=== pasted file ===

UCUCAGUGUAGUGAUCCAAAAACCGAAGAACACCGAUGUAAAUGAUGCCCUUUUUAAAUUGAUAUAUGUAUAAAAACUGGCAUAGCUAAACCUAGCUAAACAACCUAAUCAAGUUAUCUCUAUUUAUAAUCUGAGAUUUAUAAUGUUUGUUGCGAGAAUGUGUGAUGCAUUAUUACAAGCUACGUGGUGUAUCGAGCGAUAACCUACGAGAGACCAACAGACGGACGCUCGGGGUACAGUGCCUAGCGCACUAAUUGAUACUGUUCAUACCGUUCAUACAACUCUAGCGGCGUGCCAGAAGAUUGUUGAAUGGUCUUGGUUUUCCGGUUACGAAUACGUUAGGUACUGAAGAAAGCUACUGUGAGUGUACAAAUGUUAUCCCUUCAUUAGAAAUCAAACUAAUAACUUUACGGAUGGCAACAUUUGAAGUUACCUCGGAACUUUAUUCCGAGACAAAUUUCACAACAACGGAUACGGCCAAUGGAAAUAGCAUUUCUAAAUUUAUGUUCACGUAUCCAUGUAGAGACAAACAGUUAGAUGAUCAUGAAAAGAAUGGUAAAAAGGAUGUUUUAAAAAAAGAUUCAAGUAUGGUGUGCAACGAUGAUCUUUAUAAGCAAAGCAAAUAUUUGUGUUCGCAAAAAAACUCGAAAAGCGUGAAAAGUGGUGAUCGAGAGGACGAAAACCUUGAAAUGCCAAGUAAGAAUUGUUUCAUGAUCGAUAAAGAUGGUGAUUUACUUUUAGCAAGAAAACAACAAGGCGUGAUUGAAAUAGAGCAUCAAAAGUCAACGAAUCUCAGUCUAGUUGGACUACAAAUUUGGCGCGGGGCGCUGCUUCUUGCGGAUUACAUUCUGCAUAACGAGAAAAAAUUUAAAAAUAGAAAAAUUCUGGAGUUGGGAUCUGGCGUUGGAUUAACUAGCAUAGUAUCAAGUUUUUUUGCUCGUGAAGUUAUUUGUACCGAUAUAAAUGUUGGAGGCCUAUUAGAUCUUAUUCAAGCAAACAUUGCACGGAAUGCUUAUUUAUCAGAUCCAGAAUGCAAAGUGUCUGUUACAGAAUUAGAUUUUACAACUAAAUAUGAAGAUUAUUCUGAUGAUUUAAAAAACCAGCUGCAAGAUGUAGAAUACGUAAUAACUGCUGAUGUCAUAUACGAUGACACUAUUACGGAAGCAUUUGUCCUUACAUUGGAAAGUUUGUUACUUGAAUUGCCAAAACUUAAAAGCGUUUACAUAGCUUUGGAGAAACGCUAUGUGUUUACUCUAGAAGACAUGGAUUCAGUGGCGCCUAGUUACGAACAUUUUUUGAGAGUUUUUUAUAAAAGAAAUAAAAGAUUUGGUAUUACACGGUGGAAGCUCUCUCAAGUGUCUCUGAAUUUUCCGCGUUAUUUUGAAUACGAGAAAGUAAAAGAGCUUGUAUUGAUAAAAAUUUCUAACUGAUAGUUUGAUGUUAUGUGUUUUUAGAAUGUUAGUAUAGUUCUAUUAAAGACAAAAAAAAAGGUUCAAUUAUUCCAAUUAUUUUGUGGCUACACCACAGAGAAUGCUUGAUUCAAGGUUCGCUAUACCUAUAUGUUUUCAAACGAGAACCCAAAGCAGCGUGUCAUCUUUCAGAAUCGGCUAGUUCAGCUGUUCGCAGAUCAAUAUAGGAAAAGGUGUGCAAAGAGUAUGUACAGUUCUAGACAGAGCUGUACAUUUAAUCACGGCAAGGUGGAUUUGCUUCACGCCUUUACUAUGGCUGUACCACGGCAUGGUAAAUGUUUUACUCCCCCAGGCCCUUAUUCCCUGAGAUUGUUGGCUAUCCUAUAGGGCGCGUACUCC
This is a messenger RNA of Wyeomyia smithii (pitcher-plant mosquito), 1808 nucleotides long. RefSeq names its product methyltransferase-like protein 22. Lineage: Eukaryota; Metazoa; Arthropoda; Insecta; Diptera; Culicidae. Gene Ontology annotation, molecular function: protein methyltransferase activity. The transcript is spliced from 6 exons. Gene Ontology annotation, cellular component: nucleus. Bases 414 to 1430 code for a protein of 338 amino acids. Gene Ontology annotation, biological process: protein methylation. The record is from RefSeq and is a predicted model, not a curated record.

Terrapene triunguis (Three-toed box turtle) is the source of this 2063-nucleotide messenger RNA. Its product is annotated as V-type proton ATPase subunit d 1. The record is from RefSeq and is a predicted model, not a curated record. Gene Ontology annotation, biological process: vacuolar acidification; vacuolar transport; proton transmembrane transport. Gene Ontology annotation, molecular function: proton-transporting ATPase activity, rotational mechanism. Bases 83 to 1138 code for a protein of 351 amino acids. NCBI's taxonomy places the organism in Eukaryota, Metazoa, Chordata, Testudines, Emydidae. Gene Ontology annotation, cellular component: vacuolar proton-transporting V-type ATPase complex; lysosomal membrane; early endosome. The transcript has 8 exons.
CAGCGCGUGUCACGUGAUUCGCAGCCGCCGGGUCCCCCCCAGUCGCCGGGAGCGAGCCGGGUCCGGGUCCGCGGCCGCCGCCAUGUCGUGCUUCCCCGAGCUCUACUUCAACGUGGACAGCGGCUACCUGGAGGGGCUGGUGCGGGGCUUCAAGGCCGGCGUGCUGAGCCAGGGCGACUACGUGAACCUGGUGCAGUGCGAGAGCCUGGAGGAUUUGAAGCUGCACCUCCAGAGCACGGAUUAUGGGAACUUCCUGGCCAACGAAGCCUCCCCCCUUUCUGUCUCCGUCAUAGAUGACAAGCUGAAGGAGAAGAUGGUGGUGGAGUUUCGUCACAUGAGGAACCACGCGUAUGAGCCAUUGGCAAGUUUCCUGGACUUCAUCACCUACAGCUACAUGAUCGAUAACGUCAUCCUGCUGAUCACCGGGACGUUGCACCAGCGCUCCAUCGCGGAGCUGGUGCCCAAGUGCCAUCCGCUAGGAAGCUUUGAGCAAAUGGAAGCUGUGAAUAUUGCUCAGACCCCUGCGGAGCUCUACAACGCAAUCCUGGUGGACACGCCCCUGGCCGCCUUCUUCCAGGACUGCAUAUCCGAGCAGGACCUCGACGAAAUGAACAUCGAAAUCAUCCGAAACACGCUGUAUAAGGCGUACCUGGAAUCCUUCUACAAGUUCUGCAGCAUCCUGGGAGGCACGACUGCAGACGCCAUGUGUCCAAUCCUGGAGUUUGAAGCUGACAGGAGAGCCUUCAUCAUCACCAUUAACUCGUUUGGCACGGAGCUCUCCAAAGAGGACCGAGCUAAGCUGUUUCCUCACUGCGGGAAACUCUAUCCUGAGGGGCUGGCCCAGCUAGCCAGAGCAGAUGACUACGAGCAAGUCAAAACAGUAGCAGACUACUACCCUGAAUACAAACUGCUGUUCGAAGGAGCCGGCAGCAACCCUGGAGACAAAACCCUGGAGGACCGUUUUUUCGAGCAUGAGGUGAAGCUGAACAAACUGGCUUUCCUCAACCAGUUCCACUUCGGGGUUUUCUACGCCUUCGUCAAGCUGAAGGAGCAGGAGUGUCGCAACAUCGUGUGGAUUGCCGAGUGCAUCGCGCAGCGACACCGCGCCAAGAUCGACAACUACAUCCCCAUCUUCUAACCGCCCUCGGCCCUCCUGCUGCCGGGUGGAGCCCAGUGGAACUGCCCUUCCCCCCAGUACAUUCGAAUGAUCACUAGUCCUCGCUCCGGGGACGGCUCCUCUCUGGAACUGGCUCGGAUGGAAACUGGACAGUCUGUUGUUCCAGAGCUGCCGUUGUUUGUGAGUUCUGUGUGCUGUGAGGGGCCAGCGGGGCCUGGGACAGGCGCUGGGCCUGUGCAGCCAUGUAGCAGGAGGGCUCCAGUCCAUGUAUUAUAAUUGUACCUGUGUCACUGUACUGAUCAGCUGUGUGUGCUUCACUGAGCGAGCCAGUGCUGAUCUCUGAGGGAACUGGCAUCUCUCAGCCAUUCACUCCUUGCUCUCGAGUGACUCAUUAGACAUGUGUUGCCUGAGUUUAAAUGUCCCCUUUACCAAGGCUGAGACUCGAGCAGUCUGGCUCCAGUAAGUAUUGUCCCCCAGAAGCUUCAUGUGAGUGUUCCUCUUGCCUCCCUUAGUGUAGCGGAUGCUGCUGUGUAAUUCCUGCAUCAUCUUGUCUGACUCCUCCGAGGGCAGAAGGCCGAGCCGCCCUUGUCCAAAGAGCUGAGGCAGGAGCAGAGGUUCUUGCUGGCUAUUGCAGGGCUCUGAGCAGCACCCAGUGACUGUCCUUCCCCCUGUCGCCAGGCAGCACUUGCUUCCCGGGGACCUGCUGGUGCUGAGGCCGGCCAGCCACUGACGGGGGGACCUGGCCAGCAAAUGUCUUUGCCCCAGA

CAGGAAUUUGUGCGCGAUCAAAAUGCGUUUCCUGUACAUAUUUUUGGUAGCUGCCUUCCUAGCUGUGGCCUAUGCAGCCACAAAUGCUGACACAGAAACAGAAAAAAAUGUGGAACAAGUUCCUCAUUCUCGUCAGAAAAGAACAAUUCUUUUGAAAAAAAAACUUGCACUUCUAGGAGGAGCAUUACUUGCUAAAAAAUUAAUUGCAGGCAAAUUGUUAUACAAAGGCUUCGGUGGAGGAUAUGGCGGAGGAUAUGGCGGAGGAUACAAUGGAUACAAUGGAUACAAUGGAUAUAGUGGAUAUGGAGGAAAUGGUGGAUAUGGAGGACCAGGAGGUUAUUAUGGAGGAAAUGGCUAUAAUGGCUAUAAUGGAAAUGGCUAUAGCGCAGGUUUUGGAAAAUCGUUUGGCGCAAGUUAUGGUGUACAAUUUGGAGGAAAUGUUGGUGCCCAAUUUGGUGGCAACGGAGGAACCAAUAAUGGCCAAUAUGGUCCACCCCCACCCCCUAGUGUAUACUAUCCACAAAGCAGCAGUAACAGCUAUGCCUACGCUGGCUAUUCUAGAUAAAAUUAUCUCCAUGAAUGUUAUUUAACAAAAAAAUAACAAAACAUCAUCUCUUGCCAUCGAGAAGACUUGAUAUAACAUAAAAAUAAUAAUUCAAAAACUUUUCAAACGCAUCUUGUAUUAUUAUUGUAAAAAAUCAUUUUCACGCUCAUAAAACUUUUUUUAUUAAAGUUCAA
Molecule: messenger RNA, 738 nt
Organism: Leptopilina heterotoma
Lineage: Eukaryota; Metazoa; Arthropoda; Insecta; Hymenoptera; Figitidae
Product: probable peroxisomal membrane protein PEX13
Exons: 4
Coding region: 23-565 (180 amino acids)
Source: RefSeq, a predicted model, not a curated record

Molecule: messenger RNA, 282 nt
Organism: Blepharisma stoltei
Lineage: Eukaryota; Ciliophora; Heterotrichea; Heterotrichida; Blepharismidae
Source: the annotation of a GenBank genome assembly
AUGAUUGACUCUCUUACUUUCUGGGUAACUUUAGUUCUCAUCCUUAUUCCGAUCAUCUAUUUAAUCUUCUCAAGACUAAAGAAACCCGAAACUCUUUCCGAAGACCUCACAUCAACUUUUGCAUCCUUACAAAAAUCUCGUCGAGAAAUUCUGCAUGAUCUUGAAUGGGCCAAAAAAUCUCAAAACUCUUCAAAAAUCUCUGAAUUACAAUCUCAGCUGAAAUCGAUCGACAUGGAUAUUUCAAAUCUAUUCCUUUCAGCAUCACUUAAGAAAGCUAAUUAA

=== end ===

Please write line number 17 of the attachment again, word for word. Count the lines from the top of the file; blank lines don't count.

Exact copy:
AUGAUUGACUCUCUUACUUUCUGGGUAACUUUAGUUCUCAUCCUUAUUCCGAUCAUCUAUUUAAUCUUCUCAAGACUAAAGAAACCCGAAACUCUUUCCGAAGACCUCACAUCAACUUUUGCAUCCUUACAAAAAUCUCGUCGAGAAAUUCUGCAUGAUCUUGAAUGGGCCAAAAAAUCUCAAAACUCUUCAAAAAUCUCUGAAUUACAAUCUCAGCUGAAAUCGAUCGACAUGGAUAUUUCAAAUCUAUUCCUUUCAGCAUCACUUAAGAAAGCUAAUUAA